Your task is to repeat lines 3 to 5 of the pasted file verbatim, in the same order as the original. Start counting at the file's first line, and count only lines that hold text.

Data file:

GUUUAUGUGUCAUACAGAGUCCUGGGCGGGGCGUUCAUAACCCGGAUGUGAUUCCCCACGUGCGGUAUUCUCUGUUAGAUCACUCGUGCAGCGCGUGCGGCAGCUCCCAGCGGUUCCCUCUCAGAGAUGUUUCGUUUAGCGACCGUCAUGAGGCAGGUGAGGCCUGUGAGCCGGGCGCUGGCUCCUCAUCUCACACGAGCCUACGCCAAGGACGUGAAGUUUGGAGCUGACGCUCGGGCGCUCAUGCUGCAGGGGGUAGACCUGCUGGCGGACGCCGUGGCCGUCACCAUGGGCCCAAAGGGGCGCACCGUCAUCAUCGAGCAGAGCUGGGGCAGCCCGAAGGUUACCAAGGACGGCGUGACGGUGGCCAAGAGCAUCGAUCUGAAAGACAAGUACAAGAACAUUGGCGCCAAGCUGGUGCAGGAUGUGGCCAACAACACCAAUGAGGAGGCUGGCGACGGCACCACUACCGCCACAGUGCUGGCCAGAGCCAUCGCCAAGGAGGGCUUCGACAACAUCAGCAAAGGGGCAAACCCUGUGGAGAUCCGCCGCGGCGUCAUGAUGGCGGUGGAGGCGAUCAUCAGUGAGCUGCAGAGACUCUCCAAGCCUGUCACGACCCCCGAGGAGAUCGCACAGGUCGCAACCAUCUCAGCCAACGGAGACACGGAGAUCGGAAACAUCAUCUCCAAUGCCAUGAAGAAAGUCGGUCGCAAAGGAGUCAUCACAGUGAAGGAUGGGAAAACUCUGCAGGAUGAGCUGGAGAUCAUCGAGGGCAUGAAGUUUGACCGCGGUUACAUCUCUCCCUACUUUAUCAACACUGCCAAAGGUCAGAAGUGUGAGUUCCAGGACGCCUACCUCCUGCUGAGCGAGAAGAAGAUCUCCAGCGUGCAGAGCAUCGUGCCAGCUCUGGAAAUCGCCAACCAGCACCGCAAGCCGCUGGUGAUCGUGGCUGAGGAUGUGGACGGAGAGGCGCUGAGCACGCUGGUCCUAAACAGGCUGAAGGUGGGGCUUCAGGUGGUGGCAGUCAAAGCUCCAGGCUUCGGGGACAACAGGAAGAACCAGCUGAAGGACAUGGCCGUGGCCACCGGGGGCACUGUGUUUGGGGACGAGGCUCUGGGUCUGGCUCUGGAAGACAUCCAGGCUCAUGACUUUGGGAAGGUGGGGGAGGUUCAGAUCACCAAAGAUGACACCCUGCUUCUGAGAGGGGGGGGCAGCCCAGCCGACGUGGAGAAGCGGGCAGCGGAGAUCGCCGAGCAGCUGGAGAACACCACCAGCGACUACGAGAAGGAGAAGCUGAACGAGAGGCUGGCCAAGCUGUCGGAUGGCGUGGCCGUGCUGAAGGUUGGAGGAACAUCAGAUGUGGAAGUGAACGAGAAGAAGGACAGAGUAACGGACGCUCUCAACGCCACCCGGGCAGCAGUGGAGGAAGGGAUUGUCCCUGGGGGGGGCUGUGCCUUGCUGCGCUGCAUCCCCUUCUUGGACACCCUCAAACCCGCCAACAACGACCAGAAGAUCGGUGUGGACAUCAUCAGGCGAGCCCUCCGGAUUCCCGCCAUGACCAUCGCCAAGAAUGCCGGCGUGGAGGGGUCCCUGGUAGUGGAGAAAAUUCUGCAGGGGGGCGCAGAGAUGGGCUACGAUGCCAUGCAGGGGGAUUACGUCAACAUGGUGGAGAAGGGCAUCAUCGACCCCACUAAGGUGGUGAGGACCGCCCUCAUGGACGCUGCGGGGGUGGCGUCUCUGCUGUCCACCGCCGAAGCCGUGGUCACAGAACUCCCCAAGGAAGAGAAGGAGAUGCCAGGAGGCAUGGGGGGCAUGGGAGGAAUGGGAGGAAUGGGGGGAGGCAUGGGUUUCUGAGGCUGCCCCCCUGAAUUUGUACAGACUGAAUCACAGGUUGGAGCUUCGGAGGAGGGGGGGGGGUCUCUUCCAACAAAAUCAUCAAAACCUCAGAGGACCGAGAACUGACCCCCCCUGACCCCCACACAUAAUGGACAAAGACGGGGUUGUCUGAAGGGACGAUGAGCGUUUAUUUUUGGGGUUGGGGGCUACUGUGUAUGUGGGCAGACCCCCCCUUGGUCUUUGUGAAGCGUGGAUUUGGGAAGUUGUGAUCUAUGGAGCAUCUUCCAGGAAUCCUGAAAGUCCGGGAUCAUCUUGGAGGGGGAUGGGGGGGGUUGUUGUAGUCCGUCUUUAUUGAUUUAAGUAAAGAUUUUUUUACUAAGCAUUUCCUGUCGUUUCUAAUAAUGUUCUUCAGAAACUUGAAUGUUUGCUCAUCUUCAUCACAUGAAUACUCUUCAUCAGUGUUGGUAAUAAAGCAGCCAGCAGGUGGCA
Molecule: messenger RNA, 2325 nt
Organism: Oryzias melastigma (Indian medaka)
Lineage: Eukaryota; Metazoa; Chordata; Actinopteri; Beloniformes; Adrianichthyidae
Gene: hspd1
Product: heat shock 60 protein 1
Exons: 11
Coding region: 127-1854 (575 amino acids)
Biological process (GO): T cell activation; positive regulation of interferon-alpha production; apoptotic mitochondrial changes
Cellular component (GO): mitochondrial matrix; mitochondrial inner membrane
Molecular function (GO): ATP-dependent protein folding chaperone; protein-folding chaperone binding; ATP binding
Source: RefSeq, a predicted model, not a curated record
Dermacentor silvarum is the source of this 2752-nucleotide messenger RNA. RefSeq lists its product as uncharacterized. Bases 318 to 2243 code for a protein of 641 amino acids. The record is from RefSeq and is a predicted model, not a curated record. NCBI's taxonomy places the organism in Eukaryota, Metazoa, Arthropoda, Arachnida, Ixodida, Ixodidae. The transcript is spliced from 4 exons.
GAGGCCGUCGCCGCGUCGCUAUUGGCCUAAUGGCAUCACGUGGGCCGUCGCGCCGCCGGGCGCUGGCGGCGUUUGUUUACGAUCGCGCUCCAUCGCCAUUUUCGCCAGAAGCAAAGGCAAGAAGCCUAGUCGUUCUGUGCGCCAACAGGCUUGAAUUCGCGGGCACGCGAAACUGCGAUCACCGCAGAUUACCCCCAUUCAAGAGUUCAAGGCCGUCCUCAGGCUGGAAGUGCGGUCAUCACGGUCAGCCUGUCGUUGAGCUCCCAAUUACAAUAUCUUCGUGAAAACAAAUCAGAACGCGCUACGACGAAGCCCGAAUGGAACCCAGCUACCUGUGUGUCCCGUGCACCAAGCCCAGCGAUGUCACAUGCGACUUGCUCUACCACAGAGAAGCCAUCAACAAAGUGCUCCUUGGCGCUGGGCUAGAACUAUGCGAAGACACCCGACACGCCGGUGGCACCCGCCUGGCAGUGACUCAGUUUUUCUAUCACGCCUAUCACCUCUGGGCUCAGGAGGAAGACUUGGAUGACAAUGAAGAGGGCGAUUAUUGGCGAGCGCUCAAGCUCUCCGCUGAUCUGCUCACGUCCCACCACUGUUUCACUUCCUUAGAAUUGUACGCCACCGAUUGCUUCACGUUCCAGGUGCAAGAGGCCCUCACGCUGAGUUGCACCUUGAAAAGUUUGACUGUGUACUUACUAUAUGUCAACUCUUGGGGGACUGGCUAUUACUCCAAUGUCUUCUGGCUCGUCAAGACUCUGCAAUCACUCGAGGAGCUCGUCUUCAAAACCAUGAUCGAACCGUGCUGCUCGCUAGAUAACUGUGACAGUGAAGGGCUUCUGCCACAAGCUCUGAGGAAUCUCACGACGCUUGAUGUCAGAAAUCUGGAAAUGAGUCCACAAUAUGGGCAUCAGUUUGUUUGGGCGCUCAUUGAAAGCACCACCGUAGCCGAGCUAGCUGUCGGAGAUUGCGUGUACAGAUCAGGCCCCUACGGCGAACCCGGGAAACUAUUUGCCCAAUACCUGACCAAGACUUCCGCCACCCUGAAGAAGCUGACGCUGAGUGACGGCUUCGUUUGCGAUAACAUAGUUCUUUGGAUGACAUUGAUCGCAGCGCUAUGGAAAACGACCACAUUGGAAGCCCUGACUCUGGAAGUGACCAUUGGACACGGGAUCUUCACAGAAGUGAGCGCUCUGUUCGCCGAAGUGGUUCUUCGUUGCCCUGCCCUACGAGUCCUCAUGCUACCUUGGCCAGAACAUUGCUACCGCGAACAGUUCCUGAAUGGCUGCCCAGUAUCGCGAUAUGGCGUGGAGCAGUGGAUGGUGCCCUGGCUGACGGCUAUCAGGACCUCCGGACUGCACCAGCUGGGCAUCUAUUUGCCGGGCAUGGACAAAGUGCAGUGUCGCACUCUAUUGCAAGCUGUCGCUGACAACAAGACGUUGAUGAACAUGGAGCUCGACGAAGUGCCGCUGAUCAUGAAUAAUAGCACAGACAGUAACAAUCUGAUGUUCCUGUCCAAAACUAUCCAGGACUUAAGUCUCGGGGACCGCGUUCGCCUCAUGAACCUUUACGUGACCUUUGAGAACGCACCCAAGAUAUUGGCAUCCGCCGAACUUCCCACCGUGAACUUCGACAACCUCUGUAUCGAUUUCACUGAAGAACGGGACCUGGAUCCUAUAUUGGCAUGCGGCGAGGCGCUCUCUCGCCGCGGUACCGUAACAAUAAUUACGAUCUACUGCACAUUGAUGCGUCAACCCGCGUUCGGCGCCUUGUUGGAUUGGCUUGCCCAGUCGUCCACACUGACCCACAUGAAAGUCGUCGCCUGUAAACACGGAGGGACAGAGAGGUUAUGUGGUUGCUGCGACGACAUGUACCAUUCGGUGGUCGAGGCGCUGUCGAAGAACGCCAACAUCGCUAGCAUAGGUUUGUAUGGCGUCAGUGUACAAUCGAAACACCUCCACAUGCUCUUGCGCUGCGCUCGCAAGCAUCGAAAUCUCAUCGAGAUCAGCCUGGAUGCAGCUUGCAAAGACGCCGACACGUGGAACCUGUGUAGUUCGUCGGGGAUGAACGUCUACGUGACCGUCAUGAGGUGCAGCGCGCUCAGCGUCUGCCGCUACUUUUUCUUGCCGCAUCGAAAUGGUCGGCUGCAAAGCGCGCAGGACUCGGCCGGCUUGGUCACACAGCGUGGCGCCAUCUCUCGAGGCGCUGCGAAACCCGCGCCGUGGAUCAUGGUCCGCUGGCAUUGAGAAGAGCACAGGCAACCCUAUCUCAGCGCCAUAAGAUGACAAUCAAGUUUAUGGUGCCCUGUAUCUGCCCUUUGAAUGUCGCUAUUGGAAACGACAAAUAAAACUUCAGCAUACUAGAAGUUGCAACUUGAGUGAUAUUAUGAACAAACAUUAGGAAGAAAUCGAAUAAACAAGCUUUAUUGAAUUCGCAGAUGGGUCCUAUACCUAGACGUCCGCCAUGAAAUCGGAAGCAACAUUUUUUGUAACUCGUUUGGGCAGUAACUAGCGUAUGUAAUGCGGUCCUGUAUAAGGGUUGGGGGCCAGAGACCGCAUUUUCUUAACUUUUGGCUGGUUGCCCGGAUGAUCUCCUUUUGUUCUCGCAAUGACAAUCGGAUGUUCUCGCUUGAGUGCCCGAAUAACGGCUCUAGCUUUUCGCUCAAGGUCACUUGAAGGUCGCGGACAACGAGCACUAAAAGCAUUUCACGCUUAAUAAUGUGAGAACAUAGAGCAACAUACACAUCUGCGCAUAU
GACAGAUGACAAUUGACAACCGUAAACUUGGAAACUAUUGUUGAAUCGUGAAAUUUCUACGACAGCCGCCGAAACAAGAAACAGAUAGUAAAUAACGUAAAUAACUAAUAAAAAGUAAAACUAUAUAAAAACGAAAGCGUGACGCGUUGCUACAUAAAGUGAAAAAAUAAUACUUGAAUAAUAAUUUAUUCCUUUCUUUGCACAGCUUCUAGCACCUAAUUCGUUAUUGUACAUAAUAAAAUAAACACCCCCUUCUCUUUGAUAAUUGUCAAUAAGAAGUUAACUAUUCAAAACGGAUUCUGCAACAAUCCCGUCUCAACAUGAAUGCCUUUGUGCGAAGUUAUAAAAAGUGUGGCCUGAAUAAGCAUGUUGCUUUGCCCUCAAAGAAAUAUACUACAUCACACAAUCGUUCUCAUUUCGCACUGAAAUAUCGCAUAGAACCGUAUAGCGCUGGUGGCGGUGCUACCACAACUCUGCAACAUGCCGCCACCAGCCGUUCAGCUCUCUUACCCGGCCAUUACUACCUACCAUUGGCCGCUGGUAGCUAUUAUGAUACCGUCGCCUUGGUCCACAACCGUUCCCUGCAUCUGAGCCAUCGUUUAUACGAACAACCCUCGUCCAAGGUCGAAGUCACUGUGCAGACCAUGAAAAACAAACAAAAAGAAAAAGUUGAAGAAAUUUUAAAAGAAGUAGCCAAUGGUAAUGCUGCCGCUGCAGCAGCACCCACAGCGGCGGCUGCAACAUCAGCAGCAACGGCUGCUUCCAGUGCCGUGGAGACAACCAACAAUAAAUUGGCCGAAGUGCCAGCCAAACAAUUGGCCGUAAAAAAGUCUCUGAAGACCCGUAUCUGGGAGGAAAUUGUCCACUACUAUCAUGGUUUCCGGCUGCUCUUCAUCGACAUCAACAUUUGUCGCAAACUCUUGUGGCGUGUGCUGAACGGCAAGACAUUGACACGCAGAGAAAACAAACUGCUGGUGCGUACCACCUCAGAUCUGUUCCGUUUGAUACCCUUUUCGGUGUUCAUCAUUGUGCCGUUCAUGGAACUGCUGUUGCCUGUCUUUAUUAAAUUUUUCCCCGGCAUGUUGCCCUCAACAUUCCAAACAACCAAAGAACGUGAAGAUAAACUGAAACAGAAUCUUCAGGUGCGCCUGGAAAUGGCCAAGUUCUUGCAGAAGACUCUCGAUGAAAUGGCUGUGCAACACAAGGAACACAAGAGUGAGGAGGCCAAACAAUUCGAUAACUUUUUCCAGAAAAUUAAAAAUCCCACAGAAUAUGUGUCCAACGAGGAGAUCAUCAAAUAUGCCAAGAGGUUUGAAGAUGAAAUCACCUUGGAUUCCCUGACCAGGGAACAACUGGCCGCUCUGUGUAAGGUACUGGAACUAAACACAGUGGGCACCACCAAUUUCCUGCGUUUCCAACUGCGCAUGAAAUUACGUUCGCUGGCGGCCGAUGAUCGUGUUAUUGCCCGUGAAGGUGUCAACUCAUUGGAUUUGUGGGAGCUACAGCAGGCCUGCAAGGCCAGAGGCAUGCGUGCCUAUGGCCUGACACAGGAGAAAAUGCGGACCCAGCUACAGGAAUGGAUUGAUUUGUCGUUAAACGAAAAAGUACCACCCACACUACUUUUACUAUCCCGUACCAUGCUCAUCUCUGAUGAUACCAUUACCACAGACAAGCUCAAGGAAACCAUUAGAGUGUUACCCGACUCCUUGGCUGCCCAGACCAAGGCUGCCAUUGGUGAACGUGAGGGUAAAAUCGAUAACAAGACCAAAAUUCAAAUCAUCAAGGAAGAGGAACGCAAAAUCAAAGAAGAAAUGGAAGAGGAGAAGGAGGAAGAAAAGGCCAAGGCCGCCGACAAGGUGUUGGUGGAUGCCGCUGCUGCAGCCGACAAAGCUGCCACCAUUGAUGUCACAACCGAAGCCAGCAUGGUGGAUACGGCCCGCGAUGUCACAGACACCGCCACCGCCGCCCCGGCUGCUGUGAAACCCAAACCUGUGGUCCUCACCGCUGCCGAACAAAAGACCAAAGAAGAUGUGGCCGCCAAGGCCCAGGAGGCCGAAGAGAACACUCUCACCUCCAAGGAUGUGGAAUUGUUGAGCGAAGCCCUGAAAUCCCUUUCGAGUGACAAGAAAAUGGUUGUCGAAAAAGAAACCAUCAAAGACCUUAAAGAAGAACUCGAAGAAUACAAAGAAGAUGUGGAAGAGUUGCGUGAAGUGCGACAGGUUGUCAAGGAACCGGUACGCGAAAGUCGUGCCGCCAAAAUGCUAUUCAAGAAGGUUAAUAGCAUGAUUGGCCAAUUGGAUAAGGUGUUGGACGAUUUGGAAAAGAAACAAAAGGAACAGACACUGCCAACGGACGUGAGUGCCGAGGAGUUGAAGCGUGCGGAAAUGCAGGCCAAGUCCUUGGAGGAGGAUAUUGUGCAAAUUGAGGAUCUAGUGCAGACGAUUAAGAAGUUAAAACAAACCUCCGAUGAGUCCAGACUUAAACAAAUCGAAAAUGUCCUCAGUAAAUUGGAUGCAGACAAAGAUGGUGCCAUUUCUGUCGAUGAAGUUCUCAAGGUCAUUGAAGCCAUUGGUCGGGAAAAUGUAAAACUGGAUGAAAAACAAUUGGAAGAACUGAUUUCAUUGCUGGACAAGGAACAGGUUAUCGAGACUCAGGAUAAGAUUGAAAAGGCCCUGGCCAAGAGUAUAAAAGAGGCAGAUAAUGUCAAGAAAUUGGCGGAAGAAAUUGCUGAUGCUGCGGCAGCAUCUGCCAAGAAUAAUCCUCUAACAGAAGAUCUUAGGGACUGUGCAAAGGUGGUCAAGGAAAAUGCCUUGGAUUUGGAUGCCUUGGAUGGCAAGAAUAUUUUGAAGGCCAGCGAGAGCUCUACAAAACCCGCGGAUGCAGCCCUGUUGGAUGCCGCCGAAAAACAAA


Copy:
Organism: Oryzias melastigma (Indian medaka)
Lineage: Eukaryota; Metazoa; Chordata; Actinopteri; Beloniformes; Adrianichthyidae
Gene: hspd1